Norwegian energy giant Statoil said yesterday that the first of five turbines for its pioneering Hywind project is en route to Scotland.
The turbine left the assembly yard in Stord, Norway, late Tuesday night and should arrive in the Buchan Deep, 15miles east of Peterhead, in four to five days.
The Hywind pilot park will be the world’s first commercial floating wind farm, with the ability to power about 20,000 homes when production starts later this year.
The 830-ft tall turbines will be towed individually to Scottish waters in a standing position.
They are housed on top of floating ballasted steel cylinders, which are fastened to the seabed by mooring lines.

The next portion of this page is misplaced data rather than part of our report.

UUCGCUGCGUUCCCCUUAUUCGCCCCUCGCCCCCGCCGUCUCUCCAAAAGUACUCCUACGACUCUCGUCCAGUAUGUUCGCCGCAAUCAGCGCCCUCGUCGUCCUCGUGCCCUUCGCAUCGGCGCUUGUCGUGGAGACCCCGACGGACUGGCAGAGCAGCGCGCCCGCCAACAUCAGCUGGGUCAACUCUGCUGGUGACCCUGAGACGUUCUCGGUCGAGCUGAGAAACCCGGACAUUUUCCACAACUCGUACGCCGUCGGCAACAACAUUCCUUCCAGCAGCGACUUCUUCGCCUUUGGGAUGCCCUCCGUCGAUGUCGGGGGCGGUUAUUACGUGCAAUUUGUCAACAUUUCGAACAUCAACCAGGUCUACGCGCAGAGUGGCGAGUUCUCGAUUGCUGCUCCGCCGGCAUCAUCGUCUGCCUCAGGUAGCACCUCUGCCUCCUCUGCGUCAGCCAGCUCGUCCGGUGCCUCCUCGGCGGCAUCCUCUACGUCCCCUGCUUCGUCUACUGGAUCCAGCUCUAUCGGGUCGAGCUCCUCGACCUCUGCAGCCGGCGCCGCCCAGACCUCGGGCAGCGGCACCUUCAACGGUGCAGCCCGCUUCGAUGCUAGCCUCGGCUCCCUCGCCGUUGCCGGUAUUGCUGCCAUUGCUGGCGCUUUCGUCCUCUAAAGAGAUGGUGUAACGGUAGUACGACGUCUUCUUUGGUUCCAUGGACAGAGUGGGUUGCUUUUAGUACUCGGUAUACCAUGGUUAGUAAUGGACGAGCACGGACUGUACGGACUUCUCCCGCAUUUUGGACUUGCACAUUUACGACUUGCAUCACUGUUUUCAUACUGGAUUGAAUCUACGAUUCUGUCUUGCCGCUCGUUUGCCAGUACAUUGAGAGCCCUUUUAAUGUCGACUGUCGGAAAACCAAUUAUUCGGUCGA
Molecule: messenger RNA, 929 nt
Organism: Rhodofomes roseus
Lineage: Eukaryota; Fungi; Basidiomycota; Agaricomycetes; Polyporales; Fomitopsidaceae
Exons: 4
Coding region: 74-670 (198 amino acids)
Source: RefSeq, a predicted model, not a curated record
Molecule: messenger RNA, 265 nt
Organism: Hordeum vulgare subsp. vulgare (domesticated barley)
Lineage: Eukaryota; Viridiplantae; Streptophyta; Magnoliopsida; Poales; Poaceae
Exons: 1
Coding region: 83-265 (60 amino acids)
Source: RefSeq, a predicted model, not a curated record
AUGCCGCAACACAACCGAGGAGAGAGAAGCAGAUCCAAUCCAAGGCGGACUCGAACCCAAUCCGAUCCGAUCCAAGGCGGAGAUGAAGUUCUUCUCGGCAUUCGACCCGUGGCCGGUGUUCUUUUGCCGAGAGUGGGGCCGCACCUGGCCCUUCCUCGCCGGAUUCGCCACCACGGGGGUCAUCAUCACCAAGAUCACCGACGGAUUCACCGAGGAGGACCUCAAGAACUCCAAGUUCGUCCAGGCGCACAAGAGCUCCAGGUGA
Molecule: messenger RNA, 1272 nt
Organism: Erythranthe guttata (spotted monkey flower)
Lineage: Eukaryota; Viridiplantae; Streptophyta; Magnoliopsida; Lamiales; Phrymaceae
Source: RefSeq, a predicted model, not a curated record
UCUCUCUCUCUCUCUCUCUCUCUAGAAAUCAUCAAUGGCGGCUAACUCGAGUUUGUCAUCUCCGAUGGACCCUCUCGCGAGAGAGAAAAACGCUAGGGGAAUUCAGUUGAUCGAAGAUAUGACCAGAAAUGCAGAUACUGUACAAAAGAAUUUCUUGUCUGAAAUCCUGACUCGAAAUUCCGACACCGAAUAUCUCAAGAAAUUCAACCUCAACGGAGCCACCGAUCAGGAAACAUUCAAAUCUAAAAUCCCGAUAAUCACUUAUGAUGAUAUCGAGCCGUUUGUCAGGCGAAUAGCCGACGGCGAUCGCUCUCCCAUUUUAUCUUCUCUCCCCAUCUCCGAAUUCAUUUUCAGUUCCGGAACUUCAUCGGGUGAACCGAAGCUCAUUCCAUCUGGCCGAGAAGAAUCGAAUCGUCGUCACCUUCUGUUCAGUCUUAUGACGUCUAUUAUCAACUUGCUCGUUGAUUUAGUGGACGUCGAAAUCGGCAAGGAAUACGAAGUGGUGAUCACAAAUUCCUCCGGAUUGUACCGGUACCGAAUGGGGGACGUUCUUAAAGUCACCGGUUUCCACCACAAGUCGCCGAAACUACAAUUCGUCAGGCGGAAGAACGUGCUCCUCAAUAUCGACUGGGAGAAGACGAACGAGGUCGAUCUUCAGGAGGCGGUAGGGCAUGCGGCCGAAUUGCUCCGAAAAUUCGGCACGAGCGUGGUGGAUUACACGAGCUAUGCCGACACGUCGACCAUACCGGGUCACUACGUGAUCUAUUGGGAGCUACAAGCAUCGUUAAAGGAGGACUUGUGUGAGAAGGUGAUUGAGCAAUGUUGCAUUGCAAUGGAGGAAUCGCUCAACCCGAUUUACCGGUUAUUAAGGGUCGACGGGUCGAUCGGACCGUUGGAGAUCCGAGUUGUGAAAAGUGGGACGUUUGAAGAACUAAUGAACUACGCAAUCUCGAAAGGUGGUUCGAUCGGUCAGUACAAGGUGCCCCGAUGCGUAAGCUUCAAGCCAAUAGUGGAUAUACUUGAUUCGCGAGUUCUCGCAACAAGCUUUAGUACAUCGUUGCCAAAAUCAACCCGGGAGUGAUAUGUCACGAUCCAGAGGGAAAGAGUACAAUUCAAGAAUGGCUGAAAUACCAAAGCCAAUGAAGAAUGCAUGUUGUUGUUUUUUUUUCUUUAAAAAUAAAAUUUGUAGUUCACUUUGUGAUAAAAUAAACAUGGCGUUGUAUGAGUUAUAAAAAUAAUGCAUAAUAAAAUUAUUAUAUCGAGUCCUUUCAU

Once they arrive on site, work will start immediately to install anchor lines and perform the hook-up, a process expected to take up to three days.
Turbine installation is slated for completion by the end of August.
Main towing vessels are Normand Drott and Normand Ranger, while Normand Prosper has been booked to install anchor lines and perform hook-up.
Statoil is the operator of Hywind with a 75% stake in the project, while Masdar, Abu Dhabi’s renewable energy company, has 25%.